# If $A$ is a $3×3$ matrix over $\mathbb{Q}$ that has exactly two eigenvalues over $\mathbb{Q}$ is it triangularizable over that field?

I've been trying to solve this question for some time now:

If $$A$$ is a $$3×3$$ matrix over $$\mathbb{Q}$$ that has exactly two eigenvalues over $$\mathbb{Q}$$ is it triangularizable over that field?

Before that I had the same question but asks about diagonalizability instead of triangularizibility and I found a counter example: $$\begin{matrix} 1 & 2 & 2 \\ 0 & 1 & 2 \\ 0 & 0 & 2 \\ \end{matrix}$$

$$\lambda_{1} = 1$$ and $$\lambda_{2} = 2$$ are the eigenvalues of this matrix, it is not diagonalizable because it only has two linearly independent eigenvectors, I think that the answer to this question is also a counter example, because a matrix is triangularizable if and only if all of its eigenvalues exist over its field, in this case $$\mathbb{Q}$$, but I might be wrong because there might be multiplicities of the eigenvalues

• If a $3 \times 3$ matrix over $\Bbb Q$ has $2$ eigenvalues in $\Bbb Q$, then all of its eigenvalues must be in $\Bbb Q$! (The characteristic polynomial will factorise completely). Apr 3, 2023 at 14:46
• @IzaakvanDongen could you please explain more? Apr 3, 2023 at 15:04
• The sum of the roots of a monic polynomial is one of the coefficients of that polynomial (up to a negative sign). What can you say if the coefficients of a cubic polynomial are rational and two of the roots are rational? Apr 3, 2023 at 15:57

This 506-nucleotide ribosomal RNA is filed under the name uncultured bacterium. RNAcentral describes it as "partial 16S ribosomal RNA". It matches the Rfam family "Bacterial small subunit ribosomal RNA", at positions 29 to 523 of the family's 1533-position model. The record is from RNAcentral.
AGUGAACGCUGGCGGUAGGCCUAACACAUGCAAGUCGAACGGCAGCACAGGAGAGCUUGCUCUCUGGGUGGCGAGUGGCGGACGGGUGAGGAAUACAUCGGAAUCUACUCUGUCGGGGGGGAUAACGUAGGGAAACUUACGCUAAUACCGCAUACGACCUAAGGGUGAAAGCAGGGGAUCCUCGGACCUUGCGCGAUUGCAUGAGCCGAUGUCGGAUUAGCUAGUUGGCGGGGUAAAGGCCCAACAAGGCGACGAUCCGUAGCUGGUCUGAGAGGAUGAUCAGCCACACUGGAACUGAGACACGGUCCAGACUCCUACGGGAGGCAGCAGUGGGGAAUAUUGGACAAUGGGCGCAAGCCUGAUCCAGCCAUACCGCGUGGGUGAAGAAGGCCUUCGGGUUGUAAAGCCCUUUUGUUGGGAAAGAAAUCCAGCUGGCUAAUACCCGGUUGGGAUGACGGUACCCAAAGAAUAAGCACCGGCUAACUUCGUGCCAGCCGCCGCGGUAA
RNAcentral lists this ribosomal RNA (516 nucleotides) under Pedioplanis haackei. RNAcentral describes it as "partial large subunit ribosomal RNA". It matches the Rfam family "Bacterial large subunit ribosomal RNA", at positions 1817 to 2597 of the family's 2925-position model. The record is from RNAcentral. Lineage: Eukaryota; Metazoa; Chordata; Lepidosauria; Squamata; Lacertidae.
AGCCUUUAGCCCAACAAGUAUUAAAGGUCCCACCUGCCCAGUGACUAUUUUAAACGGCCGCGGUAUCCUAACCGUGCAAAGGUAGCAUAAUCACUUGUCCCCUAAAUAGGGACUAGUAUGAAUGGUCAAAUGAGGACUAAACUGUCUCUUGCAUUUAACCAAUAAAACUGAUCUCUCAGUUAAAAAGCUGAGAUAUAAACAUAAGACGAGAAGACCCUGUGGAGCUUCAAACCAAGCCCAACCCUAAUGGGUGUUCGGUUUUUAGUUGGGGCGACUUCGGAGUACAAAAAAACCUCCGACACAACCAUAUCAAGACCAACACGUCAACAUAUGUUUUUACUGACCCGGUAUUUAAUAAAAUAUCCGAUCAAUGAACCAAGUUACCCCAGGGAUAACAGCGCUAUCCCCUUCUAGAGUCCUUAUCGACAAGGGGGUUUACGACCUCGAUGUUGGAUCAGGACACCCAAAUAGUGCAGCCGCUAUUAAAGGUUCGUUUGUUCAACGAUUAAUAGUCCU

• What Greg writes is a good way to see it. In some sense what I had in mind is even less "clever" - we know that if a polynomial $P(X)$ over a field $K$ has a root $\alpha$ in $K$, then we can write $P(X) = (X - \alpha) \cdot Q(X)$, where $Q(X)$ is also a polynomial over $K$ ("the factor theorem"). What I wrote already follows from this fact, since you can then write the characteristic polynomial as $(X - \lambda_1)(X - \lambda_2) \cdot Q(X)$, where $Q(X)$ has degree $1$. This way of thinking may be helpful for some other, similar problems. Apr 12, 2023 at 17:49

I solved this question, here's the answer: It's given that $$A \in M_{3}(\mathbb{Q})$$ therefore $$\Delta _{A}$$ (It's characteristic polynomial) is a $$3^{rd}$$ degree, so it looks like this: $$ax^3 + bx^2 + cx +d$$ and according to the definition of $$\Delta _{A}$$ "b" is the trace of A, which means $$b \in \mathbb{Q}$$, let's contradictly assume that A is not triangularizable, which means it must have an eigenvalue $$z \notin \mathbb{Q}$$, it's also given that A has two eigenvalues $$\lambda_{1}, \lambda_{2} \in \mathbb{Q}$$, which means we can write: $$\Delta_{A} = (x-\lambda_{1})(x-\lambda_{2})(x-z)$$ and if we simplify this expression we get:$$x^3 - (\lambda_{1} + \lambda_{2} + z)x^2 ...$$ as we can see, according to the calculations $$b = - (\lambda_{1} + \lambda_{2} + z)$$ and for it to be a rational number $$z$$ must be rational, which contradicts with our assumption, which means that the only possible way for A to have exactly to eigenvalues in $$\mathbb{Q}$$ is when the multiplicity of one of them is 2, which means it is triangularizable.